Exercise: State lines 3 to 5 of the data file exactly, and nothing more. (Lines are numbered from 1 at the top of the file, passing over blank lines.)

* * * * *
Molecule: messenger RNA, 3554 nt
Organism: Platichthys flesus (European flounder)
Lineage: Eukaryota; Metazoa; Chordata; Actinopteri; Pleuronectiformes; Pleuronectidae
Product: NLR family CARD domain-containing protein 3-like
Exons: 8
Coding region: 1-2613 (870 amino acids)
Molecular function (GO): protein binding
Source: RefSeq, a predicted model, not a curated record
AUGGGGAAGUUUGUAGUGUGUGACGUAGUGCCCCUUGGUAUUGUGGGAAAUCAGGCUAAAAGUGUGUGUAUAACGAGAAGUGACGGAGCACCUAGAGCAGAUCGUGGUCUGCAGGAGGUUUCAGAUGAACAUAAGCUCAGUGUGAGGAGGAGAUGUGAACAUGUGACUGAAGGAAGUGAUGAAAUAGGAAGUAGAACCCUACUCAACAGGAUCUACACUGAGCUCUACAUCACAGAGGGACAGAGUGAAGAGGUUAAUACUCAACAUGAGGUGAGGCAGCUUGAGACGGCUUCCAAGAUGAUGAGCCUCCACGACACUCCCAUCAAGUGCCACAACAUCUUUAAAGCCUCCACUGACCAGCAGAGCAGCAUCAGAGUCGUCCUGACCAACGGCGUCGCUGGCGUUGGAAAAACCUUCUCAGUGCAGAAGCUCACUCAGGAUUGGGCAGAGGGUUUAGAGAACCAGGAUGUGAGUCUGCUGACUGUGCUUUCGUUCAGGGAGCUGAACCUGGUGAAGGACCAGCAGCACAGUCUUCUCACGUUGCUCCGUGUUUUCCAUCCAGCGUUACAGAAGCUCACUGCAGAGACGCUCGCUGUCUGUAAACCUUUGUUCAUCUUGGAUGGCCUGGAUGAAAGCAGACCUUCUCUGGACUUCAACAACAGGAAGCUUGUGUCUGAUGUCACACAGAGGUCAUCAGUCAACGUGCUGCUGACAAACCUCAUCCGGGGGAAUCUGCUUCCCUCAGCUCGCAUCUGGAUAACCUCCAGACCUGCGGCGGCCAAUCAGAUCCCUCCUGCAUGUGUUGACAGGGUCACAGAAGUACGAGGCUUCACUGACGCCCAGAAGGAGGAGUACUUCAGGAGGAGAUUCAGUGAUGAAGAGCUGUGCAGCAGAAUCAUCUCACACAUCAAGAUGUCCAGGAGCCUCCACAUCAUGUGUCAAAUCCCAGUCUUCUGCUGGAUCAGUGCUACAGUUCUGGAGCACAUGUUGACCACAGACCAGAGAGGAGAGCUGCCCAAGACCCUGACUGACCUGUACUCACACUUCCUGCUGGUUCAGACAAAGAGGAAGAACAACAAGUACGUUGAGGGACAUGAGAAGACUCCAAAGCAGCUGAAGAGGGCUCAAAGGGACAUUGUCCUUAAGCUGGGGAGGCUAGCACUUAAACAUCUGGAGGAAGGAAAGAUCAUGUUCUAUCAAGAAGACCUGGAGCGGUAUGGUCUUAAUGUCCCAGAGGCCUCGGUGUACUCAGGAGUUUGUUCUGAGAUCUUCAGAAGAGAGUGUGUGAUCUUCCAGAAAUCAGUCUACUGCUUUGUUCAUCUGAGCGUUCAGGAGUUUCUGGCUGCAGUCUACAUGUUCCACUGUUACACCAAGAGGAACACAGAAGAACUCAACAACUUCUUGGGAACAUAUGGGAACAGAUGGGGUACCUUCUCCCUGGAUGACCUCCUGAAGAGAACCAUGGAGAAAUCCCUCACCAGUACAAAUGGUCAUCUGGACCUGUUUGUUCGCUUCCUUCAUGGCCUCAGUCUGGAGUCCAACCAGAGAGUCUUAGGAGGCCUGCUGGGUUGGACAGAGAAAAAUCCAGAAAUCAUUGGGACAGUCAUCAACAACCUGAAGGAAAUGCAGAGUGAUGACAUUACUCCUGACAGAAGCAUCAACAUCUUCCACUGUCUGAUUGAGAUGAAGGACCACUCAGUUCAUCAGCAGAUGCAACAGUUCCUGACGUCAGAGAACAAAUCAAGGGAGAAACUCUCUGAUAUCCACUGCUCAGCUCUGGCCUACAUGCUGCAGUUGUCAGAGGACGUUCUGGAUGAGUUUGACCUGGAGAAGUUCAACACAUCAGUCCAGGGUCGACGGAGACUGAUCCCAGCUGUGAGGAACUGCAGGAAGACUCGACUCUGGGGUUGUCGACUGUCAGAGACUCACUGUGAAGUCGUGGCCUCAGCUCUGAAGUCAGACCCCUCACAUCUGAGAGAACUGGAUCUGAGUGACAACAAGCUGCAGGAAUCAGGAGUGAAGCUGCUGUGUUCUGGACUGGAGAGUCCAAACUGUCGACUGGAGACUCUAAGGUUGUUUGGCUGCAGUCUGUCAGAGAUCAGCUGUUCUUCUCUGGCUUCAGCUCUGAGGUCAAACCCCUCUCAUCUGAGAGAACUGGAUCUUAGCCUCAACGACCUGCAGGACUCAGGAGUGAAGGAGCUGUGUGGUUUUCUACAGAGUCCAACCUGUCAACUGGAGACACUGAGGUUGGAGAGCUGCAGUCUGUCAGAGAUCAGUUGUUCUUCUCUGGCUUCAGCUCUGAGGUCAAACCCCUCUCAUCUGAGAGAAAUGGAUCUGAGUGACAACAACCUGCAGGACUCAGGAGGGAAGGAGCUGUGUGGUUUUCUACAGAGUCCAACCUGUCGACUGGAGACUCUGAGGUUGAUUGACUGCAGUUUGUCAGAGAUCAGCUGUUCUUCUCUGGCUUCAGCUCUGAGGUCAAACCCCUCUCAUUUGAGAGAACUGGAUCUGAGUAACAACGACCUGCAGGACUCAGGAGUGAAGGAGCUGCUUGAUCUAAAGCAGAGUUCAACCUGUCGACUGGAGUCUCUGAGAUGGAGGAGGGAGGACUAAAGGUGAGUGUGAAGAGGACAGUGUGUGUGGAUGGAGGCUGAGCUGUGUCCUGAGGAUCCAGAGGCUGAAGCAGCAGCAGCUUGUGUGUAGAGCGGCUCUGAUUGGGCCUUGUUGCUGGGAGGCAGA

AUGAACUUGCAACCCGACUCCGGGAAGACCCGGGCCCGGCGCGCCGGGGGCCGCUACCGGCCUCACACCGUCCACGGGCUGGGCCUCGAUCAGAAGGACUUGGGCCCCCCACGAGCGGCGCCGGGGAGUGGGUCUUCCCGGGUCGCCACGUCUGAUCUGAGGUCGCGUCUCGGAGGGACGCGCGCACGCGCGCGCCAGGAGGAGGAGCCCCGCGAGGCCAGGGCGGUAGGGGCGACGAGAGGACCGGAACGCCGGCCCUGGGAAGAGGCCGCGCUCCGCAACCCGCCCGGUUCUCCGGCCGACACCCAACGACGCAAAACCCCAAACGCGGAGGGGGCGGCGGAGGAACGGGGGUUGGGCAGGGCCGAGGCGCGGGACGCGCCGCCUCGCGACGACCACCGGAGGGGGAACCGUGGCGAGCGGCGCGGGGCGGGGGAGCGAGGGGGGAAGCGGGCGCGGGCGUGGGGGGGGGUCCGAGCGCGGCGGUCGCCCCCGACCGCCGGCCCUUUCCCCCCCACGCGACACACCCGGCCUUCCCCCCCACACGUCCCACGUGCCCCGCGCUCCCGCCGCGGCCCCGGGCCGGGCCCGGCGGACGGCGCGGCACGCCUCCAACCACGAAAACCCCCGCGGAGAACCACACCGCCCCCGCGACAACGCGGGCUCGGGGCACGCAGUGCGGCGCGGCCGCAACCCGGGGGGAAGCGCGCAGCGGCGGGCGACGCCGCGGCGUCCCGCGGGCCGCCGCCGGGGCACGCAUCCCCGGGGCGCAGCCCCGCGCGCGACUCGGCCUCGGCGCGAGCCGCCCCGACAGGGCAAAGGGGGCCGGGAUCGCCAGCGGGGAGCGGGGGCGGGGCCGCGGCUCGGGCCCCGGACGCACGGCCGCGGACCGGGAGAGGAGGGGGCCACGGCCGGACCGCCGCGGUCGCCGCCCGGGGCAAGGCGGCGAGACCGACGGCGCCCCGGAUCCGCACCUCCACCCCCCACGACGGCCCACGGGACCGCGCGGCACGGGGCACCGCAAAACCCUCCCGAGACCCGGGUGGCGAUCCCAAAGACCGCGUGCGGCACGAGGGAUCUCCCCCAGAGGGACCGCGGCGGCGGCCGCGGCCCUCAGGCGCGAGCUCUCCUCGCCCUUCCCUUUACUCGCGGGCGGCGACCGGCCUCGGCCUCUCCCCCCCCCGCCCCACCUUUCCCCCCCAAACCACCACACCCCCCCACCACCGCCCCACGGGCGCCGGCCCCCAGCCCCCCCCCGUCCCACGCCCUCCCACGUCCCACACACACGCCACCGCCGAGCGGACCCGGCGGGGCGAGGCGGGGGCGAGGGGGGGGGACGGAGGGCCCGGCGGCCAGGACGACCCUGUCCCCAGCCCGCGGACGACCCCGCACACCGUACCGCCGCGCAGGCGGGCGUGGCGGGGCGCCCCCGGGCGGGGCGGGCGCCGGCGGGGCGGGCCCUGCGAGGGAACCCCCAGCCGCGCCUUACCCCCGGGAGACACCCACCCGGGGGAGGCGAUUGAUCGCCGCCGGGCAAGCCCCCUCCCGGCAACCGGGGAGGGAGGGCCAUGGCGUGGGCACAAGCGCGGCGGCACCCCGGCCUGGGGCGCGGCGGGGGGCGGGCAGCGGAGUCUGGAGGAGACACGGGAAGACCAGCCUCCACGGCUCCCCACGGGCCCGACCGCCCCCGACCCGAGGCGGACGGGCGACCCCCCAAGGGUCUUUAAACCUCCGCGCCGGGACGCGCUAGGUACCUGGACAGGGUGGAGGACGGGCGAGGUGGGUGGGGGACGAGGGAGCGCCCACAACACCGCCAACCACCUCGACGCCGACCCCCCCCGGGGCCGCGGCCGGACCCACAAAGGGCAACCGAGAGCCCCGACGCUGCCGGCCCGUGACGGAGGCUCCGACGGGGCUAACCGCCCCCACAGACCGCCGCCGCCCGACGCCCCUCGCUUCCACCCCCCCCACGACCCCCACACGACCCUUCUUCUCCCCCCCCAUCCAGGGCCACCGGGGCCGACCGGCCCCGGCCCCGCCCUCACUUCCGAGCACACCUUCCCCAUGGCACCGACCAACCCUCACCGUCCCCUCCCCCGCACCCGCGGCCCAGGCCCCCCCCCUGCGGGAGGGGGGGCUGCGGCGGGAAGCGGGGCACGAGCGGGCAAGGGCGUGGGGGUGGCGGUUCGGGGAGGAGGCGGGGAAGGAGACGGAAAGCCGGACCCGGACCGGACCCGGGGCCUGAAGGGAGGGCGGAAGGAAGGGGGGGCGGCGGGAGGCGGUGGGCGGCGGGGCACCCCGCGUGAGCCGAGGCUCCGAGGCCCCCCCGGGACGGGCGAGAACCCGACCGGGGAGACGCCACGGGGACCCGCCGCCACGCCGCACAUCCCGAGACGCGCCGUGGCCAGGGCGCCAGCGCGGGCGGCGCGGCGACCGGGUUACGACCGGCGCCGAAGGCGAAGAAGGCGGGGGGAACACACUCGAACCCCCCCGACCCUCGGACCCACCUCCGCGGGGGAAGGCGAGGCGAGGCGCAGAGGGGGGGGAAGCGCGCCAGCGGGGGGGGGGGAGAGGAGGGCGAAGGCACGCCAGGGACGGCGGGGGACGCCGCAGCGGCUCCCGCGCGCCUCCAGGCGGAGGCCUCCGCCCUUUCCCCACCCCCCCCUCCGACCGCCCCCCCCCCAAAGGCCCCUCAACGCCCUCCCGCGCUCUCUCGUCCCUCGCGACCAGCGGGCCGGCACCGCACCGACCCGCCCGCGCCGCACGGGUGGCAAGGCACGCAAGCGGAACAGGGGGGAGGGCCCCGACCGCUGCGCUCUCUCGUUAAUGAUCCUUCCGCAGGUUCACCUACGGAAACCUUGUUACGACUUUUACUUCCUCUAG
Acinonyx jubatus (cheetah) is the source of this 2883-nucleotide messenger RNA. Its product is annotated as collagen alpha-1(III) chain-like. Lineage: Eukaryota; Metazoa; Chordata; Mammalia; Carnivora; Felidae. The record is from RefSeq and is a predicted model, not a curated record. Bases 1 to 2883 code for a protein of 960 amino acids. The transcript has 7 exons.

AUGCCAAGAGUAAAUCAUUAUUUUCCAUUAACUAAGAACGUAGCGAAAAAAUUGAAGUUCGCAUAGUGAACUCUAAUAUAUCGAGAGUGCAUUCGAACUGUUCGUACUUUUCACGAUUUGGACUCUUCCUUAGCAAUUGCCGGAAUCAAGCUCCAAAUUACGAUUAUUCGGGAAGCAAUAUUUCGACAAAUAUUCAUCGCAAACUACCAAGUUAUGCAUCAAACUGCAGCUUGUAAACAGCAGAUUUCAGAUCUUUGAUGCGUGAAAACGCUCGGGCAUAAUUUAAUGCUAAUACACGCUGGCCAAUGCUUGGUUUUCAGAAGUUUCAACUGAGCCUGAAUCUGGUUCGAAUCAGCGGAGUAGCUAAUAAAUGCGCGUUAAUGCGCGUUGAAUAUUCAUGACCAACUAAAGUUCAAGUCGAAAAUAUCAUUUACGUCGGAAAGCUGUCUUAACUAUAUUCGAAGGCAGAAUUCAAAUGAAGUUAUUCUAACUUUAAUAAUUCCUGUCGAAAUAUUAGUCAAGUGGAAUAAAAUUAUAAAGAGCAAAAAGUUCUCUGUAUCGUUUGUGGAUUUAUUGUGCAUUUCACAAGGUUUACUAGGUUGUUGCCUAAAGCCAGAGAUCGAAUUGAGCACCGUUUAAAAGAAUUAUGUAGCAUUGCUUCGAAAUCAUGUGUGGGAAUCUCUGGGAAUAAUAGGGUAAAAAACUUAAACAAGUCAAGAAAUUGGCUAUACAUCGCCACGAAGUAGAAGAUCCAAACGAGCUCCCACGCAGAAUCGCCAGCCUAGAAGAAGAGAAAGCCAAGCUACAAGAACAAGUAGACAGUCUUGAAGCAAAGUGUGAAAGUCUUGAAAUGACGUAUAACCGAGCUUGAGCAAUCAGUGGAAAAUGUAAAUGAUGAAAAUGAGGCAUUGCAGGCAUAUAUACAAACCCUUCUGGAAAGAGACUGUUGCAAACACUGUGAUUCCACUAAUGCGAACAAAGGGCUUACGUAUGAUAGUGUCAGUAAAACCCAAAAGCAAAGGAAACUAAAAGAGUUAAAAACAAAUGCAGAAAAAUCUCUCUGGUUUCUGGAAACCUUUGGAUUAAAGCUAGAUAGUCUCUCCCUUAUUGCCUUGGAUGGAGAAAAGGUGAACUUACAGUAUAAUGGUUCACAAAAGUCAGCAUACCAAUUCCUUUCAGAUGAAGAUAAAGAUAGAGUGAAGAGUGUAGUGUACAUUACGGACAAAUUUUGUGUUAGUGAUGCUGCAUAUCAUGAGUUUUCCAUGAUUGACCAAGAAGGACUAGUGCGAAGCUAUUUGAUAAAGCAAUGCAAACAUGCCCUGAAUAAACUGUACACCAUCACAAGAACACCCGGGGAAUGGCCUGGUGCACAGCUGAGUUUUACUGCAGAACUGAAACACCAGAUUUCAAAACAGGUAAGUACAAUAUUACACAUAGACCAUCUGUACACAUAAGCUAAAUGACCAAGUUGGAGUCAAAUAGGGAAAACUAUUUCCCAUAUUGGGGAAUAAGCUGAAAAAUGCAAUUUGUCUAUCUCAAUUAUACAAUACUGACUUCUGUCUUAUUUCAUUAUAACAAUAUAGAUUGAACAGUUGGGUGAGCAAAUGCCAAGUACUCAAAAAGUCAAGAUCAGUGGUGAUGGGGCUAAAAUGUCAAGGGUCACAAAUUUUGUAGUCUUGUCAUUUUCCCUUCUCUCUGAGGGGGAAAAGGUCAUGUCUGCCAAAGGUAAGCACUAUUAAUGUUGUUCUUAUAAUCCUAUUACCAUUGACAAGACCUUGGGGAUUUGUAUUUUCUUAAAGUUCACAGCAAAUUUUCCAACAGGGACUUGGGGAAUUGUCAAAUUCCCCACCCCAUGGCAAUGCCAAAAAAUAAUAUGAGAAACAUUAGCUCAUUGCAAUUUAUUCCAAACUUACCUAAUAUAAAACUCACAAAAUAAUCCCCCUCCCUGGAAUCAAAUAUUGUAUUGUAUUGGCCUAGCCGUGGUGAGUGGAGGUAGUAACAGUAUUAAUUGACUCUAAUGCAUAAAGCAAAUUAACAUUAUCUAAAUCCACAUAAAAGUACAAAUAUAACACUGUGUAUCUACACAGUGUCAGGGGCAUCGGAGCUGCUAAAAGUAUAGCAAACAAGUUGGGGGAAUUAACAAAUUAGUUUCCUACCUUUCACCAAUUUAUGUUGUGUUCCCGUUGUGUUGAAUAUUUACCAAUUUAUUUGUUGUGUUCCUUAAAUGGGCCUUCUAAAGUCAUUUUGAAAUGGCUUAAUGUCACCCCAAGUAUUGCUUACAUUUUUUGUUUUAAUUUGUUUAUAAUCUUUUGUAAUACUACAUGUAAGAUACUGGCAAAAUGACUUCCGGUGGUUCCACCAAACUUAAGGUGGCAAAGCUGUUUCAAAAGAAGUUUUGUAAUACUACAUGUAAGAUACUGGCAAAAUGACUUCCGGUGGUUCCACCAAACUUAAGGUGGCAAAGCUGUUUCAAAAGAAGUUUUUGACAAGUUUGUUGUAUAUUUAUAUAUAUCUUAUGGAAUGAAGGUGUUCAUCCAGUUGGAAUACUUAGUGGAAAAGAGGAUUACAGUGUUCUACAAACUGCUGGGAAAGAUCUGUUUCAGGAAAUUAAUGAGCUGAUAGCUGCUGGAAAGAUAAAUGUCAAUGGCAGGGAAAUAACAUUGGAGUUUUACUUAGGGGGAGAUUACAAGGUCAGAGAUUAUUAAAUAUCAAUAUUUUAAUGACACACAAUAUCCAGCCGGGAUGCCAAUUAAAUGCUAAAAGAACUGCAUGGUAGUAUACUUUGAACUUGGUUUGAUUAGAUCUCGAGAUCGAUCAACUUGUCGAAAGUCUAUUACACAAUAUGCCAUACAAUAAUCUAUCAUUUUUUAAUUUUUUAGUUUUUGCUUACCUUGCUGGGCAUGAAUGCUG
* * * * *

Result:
Lineage: Eukaryota; Metazoa; Chordata; Actinopteri; Pleuronectiformes; Pleuronectidae
Product: NLR family CARD domain-containing protein 3-like
Exons: 8